Call it the latest salvo in the not-so-heated debate over whether dinosaurs were hot- or cold-blooded.
A new paper published in the journal PLoS One argues that dinos must have been warm-blooded like birds and mammals--and not cold-blooded like reptiles, as many scientists believed in years past.
Why is that? Because if dinosaurs had been cold-blooded, study author Dr. Roger S. Seymour argues in the paper, the ancient beasts wouldn't have had enough muscle power to capture their prey and be the dominant animals of their time.
To reach that conclusion, Seymour, professor of earth and environmental sciences at the University of Adelaide in Australia, looked at the muscle power of a powerful modern-day reptile--namely, a saltwater crocodile.
"Some point out that a large saltwater crocodile can achieve a body temperature above 30 degrees C (86 degrees Fahrenheit) by basking in the sun, and it can maintain the high temperature overnight simply by being large and slow to change temperature," Seymour said in a written statement. "They say that large, cold-blooded dinosaurs could have done the same and enjoyed a warm body temperature without the need to generate the heat in their own cells through burning food energy like warm-blooded animals."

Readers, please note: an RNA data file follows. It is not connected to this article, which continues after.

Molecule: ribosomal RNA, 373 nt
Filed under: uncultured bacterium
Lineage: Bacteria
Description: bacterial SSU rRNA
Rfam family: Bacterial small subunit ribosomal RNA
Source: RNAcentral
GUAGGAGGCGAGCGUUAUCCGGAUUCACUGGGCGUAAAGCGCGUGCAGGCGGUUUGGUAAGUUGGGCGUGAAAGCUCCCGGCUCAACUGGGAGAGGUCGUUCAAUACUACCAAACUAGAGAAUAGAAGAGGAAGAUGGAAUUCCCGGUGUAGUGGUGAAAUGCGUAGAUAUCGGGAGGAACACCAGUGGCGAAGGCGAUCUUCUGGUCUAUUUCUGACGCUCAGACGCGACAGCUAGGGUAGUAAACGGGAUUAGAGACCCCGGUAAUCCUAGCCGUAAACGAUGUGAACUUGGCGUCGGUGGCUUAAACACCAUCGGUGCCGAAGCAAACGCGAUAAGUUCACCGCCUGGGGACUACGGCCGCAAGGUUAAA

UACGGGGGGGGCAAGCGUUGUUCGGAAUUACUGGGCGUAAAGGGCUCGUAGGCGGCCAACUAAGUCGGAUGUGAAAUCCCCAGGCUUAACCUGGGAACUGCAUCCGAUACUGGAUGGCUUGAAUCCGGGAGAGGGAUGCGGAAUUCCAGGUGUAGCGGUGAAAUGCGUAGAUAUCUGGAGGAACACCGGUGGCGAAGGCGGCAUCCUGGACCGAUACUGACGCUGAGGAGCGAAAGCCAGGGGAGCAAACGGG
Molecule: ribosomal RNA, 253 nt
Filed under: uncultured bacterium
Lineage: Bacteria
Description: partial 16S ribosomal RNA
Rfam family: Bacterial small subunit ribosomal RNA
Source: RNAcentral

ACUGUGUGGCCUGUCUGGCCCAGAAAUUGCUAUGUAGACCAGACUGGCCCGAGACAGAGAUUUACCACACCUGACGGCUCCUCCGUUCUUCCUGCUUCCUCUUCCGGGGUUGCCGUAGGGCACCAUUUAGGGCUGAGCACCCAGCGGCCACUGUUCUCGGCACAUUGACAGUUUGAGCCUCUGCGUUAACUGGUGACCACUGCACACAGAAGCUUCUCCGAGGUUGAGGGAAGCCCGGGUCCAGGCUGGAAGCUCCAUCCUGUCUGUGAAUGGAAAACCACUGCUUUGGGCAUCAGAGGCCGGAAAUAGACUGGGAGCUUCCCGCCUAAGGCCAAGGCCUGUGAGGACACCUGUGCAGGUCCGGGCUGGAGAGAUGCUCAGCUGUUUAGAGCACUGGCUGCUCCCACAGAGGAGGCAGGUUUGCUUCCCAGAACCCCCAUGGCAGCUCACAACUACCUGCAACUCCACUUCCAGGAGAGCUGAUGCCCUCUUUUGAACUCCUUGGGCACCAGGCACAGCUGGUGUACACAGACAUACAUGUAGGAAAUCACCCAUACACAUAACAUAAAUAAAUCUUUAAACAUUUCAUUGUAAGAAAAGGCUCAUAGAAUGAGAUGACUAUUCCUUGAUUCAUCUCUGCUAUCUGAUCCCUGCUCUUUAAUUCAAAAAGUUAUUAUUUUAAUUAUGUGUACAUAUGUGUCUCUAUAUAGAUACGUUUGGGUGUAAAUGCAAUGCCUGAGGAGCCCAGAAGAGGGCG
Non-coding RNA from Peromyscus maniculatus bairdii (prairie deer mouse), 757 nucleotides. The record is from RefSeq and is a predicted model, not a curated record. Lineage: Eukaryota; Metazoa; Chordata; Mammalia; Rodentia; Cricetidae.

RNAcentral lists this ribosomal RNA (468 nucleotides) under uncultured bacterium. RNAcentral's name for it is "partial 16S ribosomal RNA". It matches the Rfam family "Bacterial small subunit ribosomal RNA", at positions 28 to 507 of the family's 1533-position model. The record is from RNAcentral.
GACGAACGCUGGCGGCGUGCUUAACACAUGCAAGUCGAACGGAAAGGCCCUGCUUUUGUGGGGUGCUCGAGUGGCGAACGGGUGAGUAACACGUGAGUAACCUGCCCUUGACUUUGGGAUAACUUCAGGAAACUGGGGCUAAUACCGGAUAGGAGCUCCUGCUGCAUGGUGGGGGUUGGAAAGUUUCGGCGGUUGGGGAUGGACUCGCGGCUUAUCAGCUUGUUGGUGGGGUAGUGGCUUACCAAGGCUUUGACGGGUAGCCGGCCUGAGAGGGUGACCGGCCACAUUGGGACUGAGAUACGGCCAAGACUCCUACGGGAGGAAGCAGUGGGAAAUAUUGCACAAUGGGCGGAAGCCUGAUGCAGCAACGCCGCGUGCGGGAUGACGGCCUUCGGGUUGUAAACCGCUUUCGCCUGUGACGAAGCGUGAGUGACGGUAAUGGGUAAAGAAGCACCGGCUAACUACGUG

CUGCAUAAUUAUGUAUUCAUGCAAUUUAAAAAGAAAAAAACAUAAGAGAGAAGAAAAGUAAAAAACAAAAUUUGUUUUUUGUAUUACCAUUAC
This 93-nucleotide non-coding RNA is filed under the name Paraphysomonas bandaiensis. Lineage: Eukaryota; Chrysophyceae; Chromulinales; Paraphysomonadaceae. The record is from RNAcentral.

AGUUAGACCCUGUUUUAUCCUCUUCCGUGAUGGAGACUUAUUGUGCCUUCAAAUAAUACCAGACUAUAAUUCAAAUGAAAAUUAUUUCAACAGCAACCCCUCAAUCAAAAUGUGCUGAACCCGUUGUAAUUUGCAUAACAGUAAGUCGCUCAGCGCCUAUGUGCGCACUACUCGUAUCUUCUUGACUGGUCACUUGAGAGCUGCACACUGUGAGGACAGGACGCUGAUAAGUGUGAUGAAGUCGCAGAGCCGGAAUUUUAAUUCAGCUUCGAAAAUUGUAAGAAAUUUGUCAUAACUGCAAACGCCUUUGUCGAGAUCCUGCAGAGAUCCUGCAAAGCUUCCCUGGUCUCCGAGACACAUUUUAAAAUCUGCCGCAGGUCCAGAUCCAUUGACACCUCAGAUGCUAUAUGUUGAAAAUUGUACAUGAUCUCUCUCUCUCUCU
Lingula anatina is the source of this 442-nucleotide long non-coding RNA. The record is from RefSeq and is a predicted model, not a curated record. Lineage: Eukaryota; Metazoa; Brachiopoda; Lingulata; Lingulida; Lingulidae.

Not true, Seymour argues.
Seymour's calculations show that a 200-kilogram (441-pound) croc is able to produce only about 14 percent as much power as a mammal at peak exercise, according to the statement. And that suggests that crocs lack not only the power but also the endurance of warm-blooded mammals.
"Dinosaurs dominated over mammals in terrestrial ecosystems throughout the Mesozoic," Seymour said in the statement. "To do that they must have had more muscular power and greater endurance than a crocodile-like physiology would have allowed."
It's not the only recent study to suggest that dinosaurs weren't the slow-moving, cold-blooded creatures many scientists once believed them to be. The authors of a paper published in the journal Nature in 2012 found evidence of so-called "lines of arrested growth" (LAGs) in the bones of warm-blooded animals--features that that had been believed to develop only in cold-blooded animals. The scientists said in a written statement that their finding "conclusively closes the debate" over dinosaur metabolism.
So maybe we should consider the debate over dinosaur metabolism closed. Again.